Category Archives: Performing Arts

FATHERS AND SONS (A Play Written by Prisoners)


Edited by:
Donald “C-Note” Hooker and Mohammed White Ali

A once in a generation work of art that gives voice to the boy in every man, and to the man who needs to be heard by every boy.

ABOUT

Fathers and Sons, was a play held March 15-17, 2017, at the California State Prison-Los Angeles County (CSP-LAC), and performed by the prisoners housed on the B Facility yard. It was directed by Leah Joki who was assisted by five professional actors under the supervision of Meri Parkarinen of The Strindberg Laboratory. It consisted of 20-acts. These were established works from playwrights such as Shakespeare and August Wilson. It also included original works from the CSP-LAC B Facility prisoners.
Fathers and Sons (A Play Written by Prisoners), is a multiracial work consisting of the edited and unedited versions of the written plays by the prisoners performed in March of 2017. This work also includes new material from CSP-LAC B Facility prisoners that were not a part of the original March playbill.

PLAYBILL

Another Wounded Soul
by Tuan Doan
Tears of Shame
by Tuan Doan
Running the Streets
by Mohammed E. White Ali
Father to Son
by Dontay Hayes
Accidental Legacy
by Derric Burbie
Foolish Man’s Land
by David Garcia
Chasing a Dream
by Travon Pugh
The Seed of Bonnie and Clyde (South Los Angeles Edition)
by Donald “C-Note” Hooker
Grandpa and Michael
by Jerry Cooley
My Father’s Gone
by Ira Benjamin

FROM THE EDITOR

I put together this compilation after conversing with most of the prisoner writers on the play Fathers and Sons, and hearing the frustrations of their stories being edited down. None of them have ever put on a prison play before and may not have understood brevity is good. But my concern was the editing of content. So much so, I felt it was a real travesty against our society.* I am quoted in a Paintoem as saying “We create monsters of ugliness but we’re scared to look at our own creations.” As a member of the Restorative Justice Community we believe at getting at the core truth. We will never get to the core of the mass incarceration problem here in America if we simply whitewash its causation. Simply acting that our criminal justice is justified because our prisons are full of degenerate Wally Cleaver’s of Leave It to Beaver, who’s background are from good homes is not the truth. This is not the general upbringing of the men in our prisons, nor the sons they have left, or are leaving behind. While not all women may agree, the Chorus of Voices are loud enough that bodies of work that give women insight into the man, man-child relationship, are helpful. In households where the woman is raising a man-child alone, her sisterhood, her gender, is not enough to rear a man. This is not some chauvinistic banter, but is the authentic Chorus of Voices of single women households raising a man-child. A man must be involved in this endeavor. While Fathers and Sons (A Play Written by Prisoners), cannot substitute for a living, breathing, and present male, it is a must-read for the junior males of our society. An insight, a tour, of how one gets into a mess, and how to avoid it.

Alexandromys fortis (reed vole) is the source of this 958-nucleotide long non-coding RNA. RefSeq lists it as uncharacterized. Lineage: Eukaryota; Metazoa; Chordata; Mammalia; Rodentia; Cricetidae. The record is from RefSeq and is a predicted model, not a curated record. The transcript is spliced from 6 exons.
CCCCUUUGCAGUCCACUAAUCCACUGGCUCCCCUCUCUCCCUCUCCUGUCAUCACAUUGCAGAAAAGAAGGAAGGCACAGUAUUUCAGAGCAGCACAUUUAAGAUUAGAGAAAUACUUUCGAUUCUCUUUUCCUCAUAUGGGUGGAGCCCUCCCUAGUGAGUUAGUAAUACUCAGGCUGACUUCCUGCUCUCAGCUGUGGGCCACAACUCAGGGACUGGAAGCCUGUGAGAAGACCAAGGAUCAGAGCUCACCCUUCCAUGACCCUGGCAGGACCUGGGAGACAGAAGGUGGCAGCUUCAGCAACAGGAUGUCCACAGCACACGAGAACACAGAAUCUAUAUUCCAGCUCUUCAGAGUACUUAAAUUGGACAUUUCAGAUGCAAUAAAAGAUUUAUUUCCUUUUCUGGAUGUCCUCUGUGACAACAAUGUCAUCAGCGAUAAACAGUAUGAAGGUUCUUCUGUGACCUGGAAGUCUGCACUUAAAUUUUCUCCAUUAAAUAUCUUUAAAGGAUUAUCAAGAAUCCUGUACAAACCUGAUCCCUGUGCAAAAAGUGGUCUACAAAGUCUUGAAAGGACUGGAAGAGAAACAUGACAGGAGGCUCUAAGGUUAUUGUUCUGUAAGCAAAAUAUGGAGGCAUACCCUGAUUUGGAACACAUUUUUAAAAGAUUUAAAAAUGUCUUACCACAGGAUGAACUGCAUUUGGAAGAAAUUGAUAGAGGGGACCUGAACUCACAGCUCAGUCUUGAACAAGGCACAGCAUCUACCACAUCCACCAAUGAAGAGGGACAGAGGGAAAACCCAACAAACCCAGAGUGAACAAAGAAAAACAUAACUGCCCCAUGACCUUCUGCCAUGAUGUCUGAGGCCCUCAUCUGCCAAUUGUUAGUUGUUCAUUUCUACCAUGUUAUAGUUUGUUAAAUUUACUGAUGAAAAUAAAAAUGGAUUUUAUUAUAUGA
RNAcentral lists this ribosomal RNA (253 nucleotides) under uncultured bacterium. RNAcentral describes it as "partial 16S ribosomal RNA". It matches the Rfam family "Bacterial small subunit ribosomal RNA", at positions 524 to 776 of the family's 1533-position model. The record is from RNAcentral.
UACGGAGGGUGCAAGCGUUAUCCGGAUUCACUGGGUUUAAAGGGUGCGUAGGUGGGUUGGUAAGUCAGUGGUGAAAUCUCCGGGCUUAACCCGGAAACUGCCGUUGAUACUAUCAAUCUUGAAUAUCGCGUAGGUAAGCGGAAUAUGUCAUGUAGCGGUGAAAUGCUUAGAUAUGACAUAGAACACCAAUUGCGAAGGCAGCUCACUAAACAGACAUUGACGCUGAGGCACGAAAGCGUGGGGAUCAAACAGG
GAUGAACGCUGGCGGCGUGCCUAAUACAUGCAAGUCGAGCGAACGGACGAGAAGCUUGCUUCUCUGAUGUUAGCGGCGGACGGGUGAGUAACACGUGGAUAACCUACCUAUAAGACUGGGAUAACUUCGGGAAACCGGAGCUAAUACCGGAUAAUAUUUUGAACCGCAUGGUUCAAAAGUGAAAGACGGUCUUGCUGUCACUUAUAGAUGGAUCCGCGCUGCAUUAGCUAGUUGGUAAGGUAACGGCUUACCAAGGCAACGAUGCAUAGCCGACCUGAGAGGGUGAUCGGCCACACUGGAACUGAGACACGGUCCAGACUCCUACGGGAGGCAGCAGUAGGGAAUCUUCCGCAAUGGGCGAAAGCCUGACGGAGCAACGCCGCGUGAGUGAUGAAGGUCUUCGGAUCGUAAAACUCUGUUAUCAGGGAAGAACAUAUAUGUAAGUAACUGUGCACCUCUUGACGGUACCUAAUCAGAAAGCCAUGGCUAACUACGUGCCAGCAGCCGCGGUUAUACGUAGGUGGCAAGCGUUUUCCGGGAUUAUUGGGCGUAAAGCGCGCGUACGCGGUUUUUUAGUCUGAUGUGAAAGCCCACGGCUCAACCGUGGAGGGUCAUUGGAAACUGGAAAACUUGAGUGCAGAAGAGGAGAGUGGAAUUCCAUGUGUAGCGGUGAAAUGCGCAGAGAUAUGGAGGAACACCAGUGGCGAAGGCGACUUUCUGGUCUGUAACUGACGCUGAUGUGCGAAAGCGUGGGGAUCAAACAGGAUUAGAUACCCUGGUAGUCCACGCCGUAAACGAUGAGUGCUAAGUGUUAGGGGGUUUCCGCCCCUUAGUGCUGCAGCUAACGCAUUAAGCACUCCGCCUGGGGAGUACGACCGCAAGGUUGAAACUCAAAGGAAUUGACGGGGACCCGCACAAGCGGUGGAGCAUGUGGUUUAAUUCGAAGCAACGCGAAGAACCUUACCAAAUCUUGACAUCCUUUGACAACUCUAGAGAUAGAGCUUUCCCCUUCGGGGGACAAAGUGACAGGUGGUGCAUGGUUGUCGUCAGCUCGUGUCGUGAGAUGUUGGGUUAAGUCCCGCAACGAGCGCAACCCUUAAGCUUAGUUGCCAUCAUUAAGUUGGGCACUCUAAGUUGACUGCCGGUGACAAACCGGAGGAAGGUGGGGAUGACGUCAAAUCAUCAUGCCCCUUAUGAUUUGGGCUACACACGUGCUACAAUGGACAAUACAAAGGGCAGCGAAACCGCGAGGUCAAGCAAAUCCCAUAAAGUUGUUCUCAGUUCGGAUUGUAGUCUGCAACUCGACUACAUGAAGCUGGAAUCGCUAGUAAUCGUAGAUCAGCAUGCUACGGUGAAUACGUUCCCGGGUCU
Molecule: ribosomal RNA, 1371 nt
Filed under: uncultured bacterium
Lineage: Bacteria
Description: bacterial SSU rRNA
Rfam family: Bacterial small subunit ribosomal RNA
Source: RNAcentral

Finally, for those who want to work with prisoners and have their voices heard, don’t whitewash it. To do so makes about as much sense as a U.S. President serving a foreign dignitary a state dinner consisting of the cuisine from that dignitary’s homeland. When foreign Heads of State come to America, feed them hamburgers. We live in a golden age of television that was founded on the backs of cable shows such as Sex in the City, The Sopranos, and further exacerbated by Breaking Bad. The point being, the American public will support gritty reality. And these were my frustrations, and my passions, in presenting to you, Fathers and Sons (A Play Written by Prisoners.

Click here for link to free download of play Fathers and Sons (A Play Written by Prisoners)
Related Links:
Prison Foundation
The Strindberg Laboratory
Leah Joki

*This comment should not be misconstrued. Leah Joki is a Julliard trained actress, and has over twenty years of teaching prisoners theater. She is highly beloved by her students. The schism between writers and the direction a director takes the writer’s written material is nothing new to the process or the industry.

Artwork:
Dreams of the Fathers
by: C-Note